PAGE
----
ST. JOHN THE BAPTIST PARISH, La. — Facing extensive damage in St. John the Baptist Parish, business owners are cleaning up some big messes as best they can.
Many businesses were simply destroyed while others have a lot of work ahead before they can reopen.
“All this was gone,” said TJ Qutob, pointing to the patio ceiling at his restaurant in LaPlace,
Qutob was inside Petra Restaurant on Airline Highway the morning Hurricane Ida served up fury across the parish.
“The wind itself was so strong,” Qutob said. “I’ve never seen anything like that in my life.”
That wind took off part of the roof, tore down a wall, and like everywhere else, left his restaurant in the dark.
“The ceiling almost caved on us here,” Qutob said, pointing to an interior ceiling.
Qutob was at the restaurant because he was cooking and serving food for first responders that weekend. As parts of his restaurant crumbled around him, some tables were untouched, napkins stayed folded, like nothing happened. Most of the building though is in bad shape.
“Everybody knows us in LaPlace,” Qutob said. “It’s hard.”
Driving down the street, power crews are working to get the lights turned on, but businesses are doing what they can in the meantime.
“I literally wanted to cry, but I’m not,” said Amit Bulchandani at Southern Stylz. “I want to stay strong and I think everybody else has to stay strong.”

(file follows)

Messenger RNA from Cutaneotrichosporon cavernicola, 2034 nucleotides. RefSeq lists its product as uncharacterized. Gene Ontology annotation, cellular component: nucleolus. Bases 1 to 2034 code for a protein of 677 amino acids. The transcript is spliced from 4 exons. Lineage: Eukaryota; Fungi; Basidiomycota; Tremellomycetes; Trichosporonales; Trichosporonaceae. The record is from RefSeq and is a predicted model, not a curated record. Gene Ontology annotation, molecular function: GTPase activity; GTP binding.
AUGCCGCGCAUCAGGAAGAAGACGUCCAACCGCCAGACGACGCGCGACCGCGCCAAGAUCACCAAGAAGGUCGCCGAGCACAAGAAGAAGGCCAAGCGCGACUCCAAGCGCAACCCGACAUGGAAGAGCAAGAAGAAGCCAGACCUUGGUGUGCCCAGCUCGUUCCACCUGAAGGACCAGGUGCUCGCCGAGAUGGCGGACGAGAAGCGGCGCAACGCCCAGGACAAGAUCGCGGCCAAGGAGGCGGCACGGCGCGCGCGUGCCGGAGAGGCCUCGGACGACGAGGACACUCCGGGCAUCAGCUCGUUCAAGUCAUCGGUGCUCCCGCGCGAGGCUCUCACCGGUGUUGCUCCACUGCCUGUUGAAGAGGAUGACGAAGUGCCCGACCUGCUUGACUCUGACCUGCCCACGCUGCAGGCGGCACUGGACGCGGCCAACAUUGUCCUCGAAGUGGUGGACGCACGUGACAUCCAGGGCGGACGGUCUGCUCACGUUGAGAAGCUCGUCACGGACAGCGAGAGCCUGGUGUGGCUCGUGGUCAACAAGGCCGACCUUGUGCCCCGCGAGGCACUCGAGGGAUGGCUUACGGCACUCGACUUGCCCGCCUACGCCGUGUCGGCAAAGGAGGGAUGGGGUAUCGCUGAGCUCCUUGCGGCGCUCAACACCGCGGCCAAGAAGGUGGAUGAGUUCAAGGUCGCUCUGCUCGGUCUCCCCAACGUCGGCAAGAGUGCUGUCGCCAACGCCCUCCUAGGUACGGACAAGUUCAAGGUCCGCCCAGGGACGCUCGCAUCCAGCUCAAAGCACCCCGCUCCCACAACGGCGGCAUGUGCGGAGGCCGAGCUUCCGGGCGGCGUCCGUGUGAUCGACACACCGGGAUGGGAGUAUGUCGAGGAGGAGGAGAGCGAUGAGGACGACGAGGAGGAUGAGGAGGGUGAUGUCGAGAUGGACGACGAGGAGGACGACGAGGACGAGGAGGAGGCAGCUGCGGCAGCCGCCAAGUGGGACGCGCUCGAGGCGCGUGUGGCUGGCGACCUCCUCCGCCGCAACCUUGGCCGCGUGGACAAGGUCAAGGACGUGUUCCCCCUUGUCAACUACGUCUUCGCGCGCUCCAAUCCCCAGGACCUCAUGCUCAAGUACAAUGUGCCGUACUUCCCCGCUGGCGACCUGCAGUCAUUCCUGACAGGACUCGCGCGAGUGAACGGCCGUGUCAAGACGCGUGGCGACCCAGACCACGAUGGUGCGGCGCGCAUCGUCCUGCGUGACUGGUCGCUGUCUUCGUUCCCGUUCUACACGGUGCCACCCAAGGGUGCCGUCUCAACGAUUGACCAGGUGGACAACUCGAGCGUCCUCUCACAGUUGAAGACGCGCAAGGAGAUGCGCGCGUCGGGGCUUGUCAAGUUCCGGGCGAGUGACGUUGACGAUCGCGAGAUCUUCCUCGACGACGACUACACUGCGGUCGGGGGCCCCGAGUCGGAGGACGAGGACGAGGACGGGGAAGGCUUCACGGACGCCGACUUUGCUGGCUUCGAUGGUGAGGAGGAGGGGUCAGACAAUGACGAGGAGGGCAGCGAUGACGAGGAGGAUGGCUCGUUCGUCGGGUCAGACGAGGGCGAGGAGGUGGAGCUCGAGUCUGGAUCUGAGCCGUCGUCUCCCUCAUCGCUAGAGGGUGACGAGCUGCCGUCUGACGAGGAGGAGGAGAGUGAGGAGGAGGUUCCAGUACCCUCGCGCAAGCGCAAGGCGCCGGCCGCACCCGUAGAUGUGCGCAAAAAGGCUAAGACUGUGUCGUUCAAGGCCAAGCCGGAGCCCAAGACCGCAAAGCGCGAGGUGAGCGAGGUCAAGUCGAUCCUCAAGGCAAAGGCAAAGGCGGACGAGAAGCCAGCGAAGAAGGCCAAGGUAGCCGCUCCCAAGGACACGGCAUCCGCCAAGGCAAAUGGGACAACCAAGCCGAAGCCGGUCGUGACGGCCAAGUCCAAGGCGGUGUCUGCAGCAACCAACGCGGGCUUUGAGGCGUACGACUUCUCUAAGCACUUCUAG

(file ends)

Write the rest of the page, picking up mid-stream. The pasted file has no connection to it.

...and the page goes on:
New clothing inventory is still in boxes on the floor at his store. The inventory was part of a delivery that came right before Ida delivered a blow to the shopping center.
“The water is all over, all the clothes and everything. It’s totally damaged,” Bulchandani said. “Everything is damaged.”
Thursday was the first day Bulchandani was able to start cleaning inside the store.
“We’re taking out the carpet, we’re trying to gut the walls out and everything,” Bulchandani said.
It’ll be a while before all St. John businesses get back to business, which means many owners and employees are out of a job.
“I’m out of an income right now, God knows for how long, but we have to fight through it,” Bulchandani said.
It’s a fight Bulchandani says he and other business owners in his shopping center are up for.
“The grocery store is going to come back, we all are coming back,” Bulchandani said. “Nobody is leaving from this.”
That includes Qutob, who’s now battling with insurance. He says most of that food for first responders spoiled and was told insurance wouldn’t cover it.
“I’m just going to take it one day at a time, rebuild, fix it back up and get back in business,” Qutob said.